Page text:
By Sandra Mann
Have you ever had a time in your life were you thought if one more thing went wrong you would not be able to handle it?
That was how I felt when I lost my wedding ring outside in the yard. It was the summer of 1993 and it had been the most trying time of my life. On the day I lost my ring this is what I was dealing with: my husband was a full-time student going into his senior year of college and working a minimum wage job; both of our cars were broken and would not run; our six week old baby had severe reflux and had to be watched closely so he wouldn’t aspirate while he slept; and hardest of all, our two year old son had died eight weeks earlier in an accident. I was at rock bottom emotionally on that day and didn’t know how to move on.
Two days of searching with our neighbors’ help produced no ring. It had been a gift from my mother-in-law and she wanted us to pass it on to one of our children. Though it wasn’t fancy, it was to become an heirloom and I had lost it. All I had done was gone outside to help my neighbor untangle a garden hose that her children had played with.
I had just put lotion on my hands after doing dishes and saw out my window that she needed help. About fifteen minutes later I noticed that my ring was gone. It had to be by where we had straightened out the hose. But it wasn’t. We looked on hands and knees with a flashlight. We borrowed a metal detector and found old washers, pennies and things like that. We literally ran our hands over the ground inch by inch to find it. Nothing; it was gone.
Finally, I lost it. In a storm of tears I cried out how unfair this was. Weren’t we going though enough? Hadn’t we tried to be good? Weren’t our efforts to stay positive and happy a big enough trial without one more thing to deal with? All I wanted was peace; all I wanted was to be happy.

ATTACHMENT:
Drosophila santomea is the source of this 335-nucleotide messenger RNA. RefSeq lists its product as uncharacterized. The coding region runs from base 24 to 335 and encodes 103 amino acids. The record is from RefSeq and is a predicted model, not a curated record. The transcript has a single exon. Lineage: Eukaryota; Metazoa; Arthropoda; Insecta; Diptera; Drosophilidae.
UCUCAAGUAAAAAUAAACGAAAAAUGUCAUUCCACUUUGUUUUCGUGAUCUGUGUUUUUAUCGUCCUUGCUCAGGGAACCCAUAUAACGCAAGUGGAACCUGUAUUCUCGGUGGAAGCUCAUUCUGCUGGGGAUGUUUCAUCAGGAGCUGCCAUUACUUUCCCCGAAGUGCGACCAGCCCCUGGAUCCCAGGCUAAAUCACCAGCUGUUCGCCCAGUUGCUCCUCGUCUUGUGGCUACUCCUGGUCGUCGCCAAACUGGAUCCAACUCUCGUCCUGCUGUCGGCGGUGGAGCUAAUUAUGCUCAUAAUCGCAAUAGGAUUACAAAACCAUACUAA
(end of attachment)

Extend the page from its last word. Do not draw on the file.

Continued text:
My husband held me to him there in the yard and listened to my frustrations and pain. I was not in vibration with finding my ring at this moment. I didn’t even know about “being in vibration with things” and how we can “tune in” to solutions to our problems. All I knew was that I couldn’t go on any longer like this. I gave up.
My husband gently led me over to a quiet corner of the yard and took my hands in his. He said that he didn’t know where my ring was but that God did. He knelt me down and started to pray. It was a simple prayer of gratitude for the help we had been given over that past two months, of our current dilemma and of our need for His help. Somehow, my heart melted in that minute and I calmed down.
My husband stood up, said we should keep looking and that everything would be OK.
Not five minutes later our neighbor came running up to us with my ring shouting “I found it, I found it!” He led us to where it had been and we were all amazed. It had been in the middle of a one-foot-round dirt patch surrounded by grass. Everyone had looked there because it was the only bare spot in that part of the yard. I had personally run my hand over that area. We again prayed and gave heartfelt thanks.
After this I became in greater harmony with God’s will for me. I again started to see all the miracles in my life and how blessed I was. He wanted me to be happy. We must have opposition to gain strength but we don’t have to be miserable the whole time we’re facing it. Also, we never face it alone. I needed to lose my ring–this one more thing–in order to regain my perspective and feel the vibrations of a higher law and love.
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